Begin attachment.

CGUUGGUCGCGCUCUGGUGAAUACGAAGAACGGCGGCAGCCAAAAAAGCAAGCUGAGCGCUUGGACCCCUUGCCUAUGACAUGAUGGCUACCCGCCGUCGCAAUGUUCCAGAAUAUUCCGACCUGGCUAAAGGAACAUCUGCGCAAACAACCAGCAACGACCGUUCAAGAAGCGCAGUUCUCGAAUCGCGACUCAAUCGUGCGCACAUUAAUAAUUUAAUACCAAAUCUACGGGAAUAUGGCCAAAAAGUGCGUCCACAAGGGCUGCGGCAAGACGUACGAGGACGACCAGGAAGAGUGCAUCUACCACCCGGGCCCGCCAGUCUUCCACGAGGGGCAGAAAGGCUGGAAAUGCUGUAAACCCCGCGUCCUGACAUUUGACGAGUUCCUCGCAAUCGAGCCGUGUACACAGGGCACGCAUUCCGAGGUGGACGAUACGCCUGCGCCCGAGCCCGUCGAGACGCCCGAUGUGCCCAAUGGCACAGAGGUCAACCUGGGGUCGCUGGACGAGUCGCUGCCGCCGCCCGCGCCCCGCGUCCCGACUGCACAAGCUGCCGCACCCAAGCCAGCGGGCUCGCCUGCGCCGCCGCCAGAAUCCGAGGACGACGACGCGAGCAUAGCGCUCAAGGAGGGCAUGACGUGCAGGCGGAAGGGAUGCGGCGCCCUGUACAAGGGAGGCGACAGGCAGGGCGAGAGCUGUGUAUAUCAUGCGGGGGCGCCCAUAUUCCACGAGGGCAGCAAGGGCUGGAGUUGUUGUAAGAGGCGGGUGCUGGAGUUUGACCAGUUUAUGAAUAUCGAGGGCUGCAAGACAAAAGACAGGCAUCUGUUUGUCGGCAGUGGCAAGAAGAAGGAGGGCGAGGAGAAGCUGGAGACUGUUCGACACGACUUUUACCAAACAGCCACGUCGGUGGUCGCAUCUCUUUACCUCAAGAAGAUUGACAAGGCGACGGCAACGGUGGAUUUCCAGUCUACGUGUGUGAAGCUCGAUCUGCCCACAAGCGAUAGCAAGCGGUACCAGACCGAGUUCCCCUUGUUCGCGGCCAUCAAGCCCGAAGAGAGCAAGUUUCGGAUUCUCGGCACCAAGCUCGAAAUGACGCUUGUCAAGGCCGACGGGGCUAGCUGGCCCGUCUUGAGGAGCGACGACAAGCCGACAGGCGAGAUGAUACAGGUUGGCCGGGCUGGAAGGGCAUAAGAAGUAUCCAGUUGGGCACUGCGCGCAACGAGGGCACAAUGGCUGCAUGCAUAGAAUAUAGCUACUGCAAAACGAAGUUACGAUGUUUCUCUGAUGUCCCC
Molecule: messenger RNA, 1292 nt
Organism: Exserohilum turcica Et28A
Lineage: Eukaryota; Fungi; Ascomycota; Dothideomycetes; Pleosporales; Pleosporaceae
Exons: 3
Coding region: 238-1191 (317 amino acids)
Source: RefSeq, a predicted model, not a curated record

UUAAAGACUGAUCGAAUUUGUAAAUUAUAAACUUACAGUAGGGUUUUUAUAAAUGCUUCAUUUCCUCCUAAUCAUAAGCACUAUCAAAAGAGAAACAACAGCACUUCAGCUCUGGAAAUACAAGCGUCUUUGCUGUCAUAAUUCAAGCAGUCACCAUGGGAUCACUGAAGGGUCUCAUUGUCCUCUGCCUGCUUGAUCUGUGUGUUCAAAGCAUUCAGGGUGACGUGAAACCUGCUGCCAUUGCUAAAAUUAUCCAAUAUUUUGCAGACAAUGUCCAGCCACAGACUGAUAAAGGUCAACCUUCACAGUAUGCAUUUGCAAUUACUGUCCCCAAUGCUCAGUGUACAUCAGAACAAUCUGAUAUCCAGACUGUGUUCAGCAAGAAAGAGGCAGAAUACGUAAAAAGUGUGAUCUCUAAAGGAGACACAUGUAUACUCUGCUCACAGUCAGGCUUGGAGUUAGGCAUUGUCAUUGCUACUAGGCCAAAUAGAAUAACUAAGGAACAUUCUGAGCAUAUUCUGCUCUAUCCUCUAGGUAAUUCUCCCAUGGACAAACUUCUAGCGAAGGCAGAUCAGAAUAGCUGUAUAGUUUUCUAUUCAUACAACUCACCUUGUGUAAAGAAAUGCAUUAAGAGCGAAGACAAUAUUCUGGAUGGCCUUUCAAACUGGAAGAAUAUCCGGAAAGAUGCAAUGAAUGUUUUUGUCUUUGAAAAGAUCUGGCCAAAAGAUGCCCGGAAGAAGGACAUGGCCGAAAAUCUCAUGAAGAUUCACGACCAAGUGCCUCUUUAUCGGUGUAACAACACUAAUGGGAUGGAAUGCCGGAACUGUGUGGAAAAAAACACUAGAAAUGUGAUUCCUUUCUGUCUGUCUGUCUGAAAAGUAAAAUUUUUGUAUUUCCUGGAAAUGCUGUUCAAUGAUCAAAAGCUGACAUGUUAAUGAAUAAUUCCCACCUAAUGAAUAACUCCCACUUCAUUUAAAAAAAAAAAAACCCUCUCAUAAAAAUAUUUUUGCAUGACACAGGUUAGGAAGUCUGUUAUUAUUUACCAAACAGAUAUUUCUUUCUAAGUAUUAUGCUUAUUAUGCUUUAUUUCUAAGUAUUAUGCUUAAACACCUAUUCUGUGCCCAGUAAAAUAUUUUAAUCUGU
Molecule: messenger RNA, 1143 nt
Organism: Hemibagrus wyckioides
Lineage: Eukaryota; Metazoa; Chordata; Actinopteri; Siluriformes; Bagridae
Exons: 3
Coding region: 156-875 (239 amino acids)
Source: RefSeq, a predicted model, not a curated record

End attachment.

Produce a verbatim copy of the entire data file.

CGUUGGUCGCGCUCUGGUGAAUACGAAGAACGGCGGCAGCCAAAAAAGCAAGCUGAGCGCUUGGACCCCUUGCCUAUGACAUGAUGGCUACCCGCCGUCGCAAUGUUCCAGAAUAUUCCGACCUGGCUAAAGGAACAUCUGCGCAAACAACCAGCAACGACCGUUCAAGAAGCGCAGUUCUCGAAUCGCGACUCAAUCGUGCGCACAUUAAUAAUUUAAUACCAAAUCUACGGGAAUAUGGCCAAAAAGUGCGUCCACAAGGGCUGCGGCAAGACGUACGAGGACGACCAGGAAGAGUGCAUCUACCACCCGGGCCCGCCAGUCUUCCACGAGGGGCAGAAAGGCUGGAAAUGCUGUAAACCCCGCGUCCUGACAUUUGACGAGUUCCUCGCAAUCGAGCCGUGUACACAGGGCACGCAUUCCGAGGUGGACGAUACGCCUGCGCCCGAGCCCGUCGAGACGCCCGAUGUGCCCAAUGGCACAGAGGUCAACCUGGGGUCGCUGGACGAGUCGCUGCCGCCGCCCGCGCCCCGCGUCCCGACUGCACAAGCUGCCGCACCCAAGCCAGCGGGCUCGCCUGCGCCGCCGCCAGAAUCCGAGGACGACGACGCGAGCAUAGCGCUCAAGGAGGGCAUGACGUGCAGGCGGAAGGGAUGCGGCGCCCUGUACAAGGGAGGCGACAGGCAGGGCGAGAGCUGUGUAUAUCAUGCGGGGGCGCCCAUAUUCCACGAGGGCAGCAAGGGCUGGAGUUGUUGUAAGAGGCGGGUGCUGGAGUUUGACCAGUUUAUGAAUAUCGAGGGCUGCAAGACAAAAGACAGGCAUCUGUUUGUCGGCAGUGGCAAGAAGAAGGAGGGCGAGGAGAAGCUGGAGACUGUUCGACACGACUUUUACCAAACAGCCACGUCGGUGGUCGCAUCUCUUUACCUCAAGAAGAUUGACAAGGCGACGGCAACGGUGGAUUUCCAGUCUACGUGUGUGAAGCUCGAUCUGCCCACAAGCGAUAGCAAGCGGUACCAGACCGAGUUCCCCUUGUUCGCGGCCAUCAAGCCCGAAGAGAGCAAGUUUCGGAUUCUCGGCACCAAGCUCGAAAUGACGCUUGUCAAGGCCGACGGGGCUAGCUGGCCCGUCUUGAGGAGCGACGACAAGCCGACAGGCGAGAUGAUACAGGUUGGCCGGGCUGGAAGGGCAUAAGAAGUAUCCAGUUGGGCACUGCGCGCAACGAGGGCACAAUGGCUGCAUGCAUAGAAUAUAGCUACUGCAAAACGAAGUUACGAUGUUUCUCUGAUGUCCCC
Molecule: messenger RNA, 1292 nt
Organism: Exserohilum turcica Et28A
Lineage: Eukaryota; Fungi; Ascomycota; Dothideomycetes; Pleosporales; Pleosporaceae
Exons: 3
Coding region: 238-1191 (317 amino acids)
Source: RefSeq, a predicted model, not a curated record

UUAAAGACUGAUCGAAUUUGUAAAUUAUAAACUUACAGUAGGGUUUUUAUAAAUGCUUCAUUUCCUCCUAAUCAUAAGCACUAUCAAAAGAGAAACAACAGCACUUCAGCUCUGGAAAUACAAGCGUCUUUGCUGUCAUAAUUCAAGCAGUCACCAUGGGAUCACUGAAGGGUCUCAUUGUCCUCUGCCUGCUUGAUCUGUGUGUUCAAAGCAUUCAGGGUGACGUGAAACCUGCUGCCAUUGCUAAAAUUAUCCAAUAUUUUGCAGACAAUGUCCAGCCACAGACUGAUAAAGGUCAACCUUCACAGUAUGCAUUUGCAAUUACUGUCCCCAAUGCUCAGUGUACAUCAGAACAAUCUGAUAUCCAGACUGUGUUCAGCAAGAAAGAGGCAGAAUACGUAAAAAGUGUGAUCUCUAAAGGAGACACAUGUAUACUCUGCUCACAGUCAGGCUUGGAGUUAGGCAUUGUCAUUGCUACUAGGCCAAAUAGAAUAACUAAGGAACAUUCUGAGCAUAUUCUGCUCUAUCCUCUAGGUAAUUCUCCCAUGGACAAACUUCUAGCGAAGGCAGAUCAGAAUAGCUGUAUAGUUUUCUAUUCAUACAACUCACCUUGUGUAAAGAAAUGCAUUAAGAGCGAAGACAAUAUUCUGGAUGGCCUUUCAAACUGGAAGAAUAUCCGGAAAGAUGCAAUGAAUGUUUUUGUCUUUGAAAAGAUCUGGCCAAAAGAUGCCCGGAAGAAGGACAUGGCCGAAAAUCUCAUGAAGAUUCACGACCAAGUGCCUCUUUAUCGGUGUAACAACACUAAUGGGAUGGAAUGCCGGAACUGUGUGGAAAAAAACACUAGAAAUGUGAUUCCUUUCUGUCUGUCUGUCUGAAAAGUAAAAUUUUUGUAUUUCCUGGAAAUGCUGUUCAAUGAUCAAAAGCUGACAUGUUAAUGAAUAAUUCCCACCUAAUGAAUAACUCCCACUUCAUUUAAAAAAAAAAAAACCCUCUCAUAAAAAUAUUUUUGCAUGACACAGGUUAGGAAGUCUGUUAUUAUUUACCAAACAGAUAUUUCUUUCUAAGUAUUAUGCUUAUUAUGCUUUAUUUCUAAGUAUUAUGCUUAAACACCUAUUCUGUGCCCAGUAAAAUAUUUUAAUCUGU
Molecule: messenger RNA, 1143 nt
Organism: Hemibagrus wyckioides
Lineage: Eukaryota; Metazoa; Chordata; Actinopteri; Siluriformes; Bagridae
Exons: 3
Coding region: 156-875 (239 amino acids)
Source: RefSeq, a predicted model, not a curated record